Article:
Change came quicker than some expected

Far back in the woebegone days of my childhood, small-town Enumclaw had a great deal of covert bigotry toward black people. It wasn’t out in the open because there weren’t any blacks around here but, make no mistake about it, the racist attitudes were surely there – as confirmed by the none-too-subtle, negative remarks made behind the back of my Hispanic classmate, Jim Morris.

  • Tuesday, January 13, 2009 3:02am
  • Opinion

Wally’s World

Far back in the woebegone days of my childhood, small-town Enumclaw had a great deal of covert bigotry toward black people. It wasn’t out in the open because there weren’t any blacks around here but, make no mistake about it, the racist attitudes were surely there – as confirmed by the none-too-subtle, negative remarks made behind the back of my Hispanic classmate, Jim Morris.

In those days, prejudiced practices and comments were more openly displayed in Seattle; for example, white barbers and salons wouldn’t cut or style the hair of black people. At that time, black men often straightened their hair and wore it plastered flat against their heads. (There was a name for that ‘do, but it escapes me at the moment.)

Anyway, I was relatively unscathed by such nonsense. When I arrived for my first semester at Washington State University, I became friends with two black, female students from Richmond, Va., and I dated one of them a few times. (My roommate dated her several times.) As a couple, we attracted a quizzical glance or two, but nothing really disparaging, which says quite a lot about the hip and progressive attitudes of WSU back then.

I didn’t really confront blatant, in-your-face racism until I arrived in the Deep South. I vividly remember segregated restrooms, segregated restaurants (blacks couldn’t go inside the dining rooms, but they could order and receive food through a rear window in the alley) and segregated bars. Blacks weren’t allowed in any of the Bourbon Street dives unless they were playing in the bands – and, in this respect, blacks were essential because white tourists didn’t feel they were listening to authentic New Orleans Dixieland jazz unless, of course, blacks were playing it. I recall spending a night or two in Birmingham, Ala., where blacks couldn’t even use the same water fountain as whites. I think Birmingham was probably the most segregated city I ever experienced.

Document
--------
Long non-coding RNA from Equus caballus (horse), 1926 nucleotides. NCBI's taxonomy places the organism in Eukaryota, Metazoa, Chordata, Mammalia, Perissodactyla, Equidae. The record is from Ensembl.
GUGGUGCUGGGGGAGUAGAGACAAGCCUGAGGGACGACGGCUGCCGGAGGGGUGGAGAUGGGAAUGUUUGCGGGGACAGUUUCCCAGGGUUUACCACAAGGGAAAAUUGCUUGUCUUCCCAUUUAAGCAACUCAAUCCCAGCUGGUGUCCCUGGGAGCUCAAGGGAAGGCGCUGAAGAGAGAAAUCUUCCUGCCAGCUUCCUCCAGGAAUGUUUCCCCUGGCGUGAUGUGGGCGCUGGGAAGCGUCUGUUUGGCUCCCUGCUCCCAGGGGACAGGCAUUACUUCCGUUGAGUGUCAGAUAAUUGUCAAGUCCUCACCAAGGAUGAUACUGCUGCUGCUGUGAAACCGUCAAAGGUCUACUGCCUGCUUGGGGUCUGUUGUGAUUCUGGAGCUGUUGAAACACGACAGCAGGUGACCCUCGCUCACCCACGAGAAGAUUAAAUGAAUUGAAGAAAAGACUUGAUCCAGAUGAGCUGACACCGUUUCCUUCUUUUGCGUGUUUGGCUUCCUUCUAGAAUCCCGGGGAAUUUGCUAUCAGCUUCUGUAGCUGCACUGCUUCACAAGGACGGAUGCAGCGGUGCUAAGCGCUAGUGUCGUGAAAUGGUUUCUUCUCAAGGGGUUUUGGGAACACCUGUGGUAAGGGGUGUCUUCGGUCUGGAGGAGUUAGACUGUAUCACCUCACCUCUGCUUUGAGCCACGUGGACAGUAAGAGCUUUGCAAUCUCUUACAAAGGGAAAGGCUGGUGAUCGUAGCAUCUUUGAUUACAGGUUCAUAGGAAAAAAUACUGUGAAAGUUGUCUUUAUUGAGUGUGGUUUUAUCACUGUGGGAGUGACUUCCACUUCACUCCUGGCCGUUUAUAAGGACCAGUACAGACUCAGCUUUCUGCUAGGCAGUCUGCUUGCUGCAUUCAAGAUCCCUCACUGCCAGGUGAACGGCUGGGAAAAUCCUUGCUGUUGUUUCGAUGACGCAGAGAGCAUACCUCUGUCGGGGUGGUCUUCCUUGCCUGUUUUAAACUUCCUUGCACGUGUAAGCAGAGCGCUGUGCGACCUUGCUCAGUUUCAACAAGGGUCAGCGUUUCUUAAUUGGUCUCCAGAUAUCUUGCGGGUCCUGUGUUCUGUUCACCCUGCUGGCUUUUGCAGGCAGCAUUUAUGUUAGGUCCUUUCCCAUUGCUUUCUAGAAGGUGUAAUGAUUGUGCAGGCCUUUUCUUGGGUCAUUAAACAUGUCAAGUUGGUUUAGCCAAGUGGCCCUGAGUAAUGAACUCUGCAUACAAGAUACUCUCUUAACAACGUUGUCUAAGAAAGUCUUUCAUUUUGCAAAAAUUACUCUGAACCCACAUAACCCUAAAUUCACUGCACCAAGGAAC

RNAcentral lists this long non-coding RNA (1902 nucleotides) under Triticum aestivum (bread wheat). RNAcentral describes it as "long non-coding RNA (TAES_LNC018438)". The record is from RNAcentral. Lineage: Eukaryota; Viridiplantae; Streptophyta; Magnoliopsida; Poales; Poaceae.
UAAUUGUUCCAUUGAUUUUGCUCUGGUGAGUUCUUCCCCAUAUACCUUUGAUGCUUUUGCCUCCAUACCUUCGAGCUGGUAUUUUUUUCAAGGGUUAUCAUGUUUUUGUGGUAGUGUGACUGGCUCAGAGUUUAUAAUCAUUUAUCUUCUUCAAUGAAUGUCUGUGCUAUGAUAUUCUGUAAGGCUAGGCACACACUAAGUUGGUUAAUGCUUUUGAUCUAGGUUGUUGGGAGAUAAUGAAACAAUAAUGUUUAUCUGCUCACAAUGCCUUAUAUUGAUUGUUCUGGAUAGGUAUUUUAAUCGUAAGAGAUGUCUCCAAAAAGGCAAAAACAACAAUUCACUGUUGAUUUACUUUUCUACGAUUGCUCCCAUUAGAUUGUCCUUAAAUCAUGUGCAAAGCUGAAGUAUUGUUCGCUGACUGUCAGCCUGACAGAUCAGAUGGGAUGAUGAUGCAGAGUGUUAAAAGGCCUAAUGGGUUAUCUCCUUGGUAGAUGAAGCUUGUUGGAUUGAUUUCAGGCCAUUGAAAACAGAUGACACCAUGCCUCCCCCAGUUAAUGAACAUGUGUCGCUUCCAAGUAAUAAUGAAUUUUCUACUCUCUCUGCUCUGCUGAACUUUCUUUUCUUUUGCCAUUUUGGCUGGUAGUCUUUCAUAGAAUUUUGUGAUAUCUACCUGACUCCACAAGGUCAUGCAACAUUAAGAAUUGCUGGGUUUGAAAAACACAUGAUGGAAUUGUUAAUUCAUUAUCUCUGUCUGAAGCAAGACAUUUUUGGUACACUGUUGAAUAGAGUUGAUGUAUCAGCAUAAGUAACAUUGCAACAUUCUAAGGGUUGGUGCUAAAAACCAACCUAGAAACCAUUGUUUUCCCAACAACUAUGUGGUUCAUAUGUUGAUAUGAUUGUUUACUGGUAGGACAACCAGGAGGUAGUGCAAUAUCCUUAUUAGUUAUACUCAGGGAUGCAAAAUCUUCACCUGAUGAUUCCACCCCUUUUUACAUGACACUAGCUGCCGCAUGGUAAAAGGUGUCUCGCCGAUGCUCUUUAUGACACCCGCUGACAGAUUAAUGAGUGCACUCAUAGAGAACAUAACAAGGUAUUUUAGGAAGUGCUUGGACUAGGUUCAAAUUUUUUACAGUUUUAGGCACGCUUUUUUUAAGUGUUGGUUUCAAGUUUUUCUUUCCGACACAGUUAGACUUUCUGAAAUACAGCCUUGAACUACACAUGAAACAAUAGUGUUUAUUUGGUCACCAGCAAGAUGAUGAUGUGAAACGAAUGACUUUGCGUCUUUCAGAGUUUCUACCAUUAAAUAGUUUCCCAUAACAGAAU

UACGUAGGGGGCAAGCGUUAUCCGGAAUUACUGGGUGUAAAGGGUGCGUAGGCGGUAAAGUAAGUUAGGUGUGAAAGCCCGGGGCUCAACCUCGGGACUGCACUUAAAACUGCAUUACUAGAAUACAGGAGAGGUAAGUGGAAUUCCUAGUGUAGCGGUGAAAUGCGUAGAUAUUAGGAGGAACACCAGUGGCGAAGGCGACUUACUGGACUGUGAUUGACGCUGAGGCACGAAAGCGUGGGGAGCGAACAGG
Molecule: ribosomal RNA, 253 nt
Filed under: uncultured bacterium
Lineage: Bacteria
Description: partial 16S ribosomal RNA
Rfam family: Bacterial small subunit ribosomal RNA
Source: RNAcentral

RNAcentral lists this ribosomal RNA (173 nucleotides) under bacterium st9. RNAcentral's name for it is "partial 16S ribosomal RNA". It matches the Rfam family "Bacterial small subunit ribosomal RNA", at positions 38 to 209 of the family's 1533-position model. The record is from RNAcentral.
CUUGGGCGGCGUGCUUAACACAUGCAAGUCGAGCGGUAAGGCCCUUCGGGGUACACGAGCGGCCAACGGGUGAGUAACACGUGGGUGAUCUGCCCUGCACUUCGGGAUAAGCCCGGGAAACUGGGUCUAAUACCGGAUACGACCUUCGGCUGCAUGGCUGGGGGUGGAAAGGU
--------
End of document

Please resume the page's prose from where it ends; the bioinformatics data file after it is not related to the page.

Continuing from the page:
Yet, strange enough – and perhaps it reveals a serious flaw in my character – such institutionalized inequality didn’t make me angry. Sadly, I merely accepted it with a shrug of my shoulders. When my parents came to visit me I simply told them, “That’s the way it is down here.” My passive attitude is even more difficult to understand when you realize that civil rights demonstrations were erupting all around me. I was entering Thalhiemer’s Department Store in Richmond, Va., just as eight or 10 whites and blacks were being led out in handcuffs because they had sat down at the lunch-counter, thereby disturbing the charm and tranquility of the Old South.

So, this Monday we honor Martin L. King, who lead the frontline troops in the battle for justice in Birmingham. It’s really quite astounding when you realize the revolutionary social changes that have occurred in the last 40 or 50 years. Today, 95 percent of the blacks 18 and older are registered to vote in Mississippi and half of that state’s sheriffs are black. That’s the state of Mississippi, friends, not upstate New York. And less than 40 years after the racial riots over school busing in several Northeast cities – even Boston, for crying out loud – we’ve elected a black man president of the U.S.

Things change. In this case, much quicker than many of us expected.

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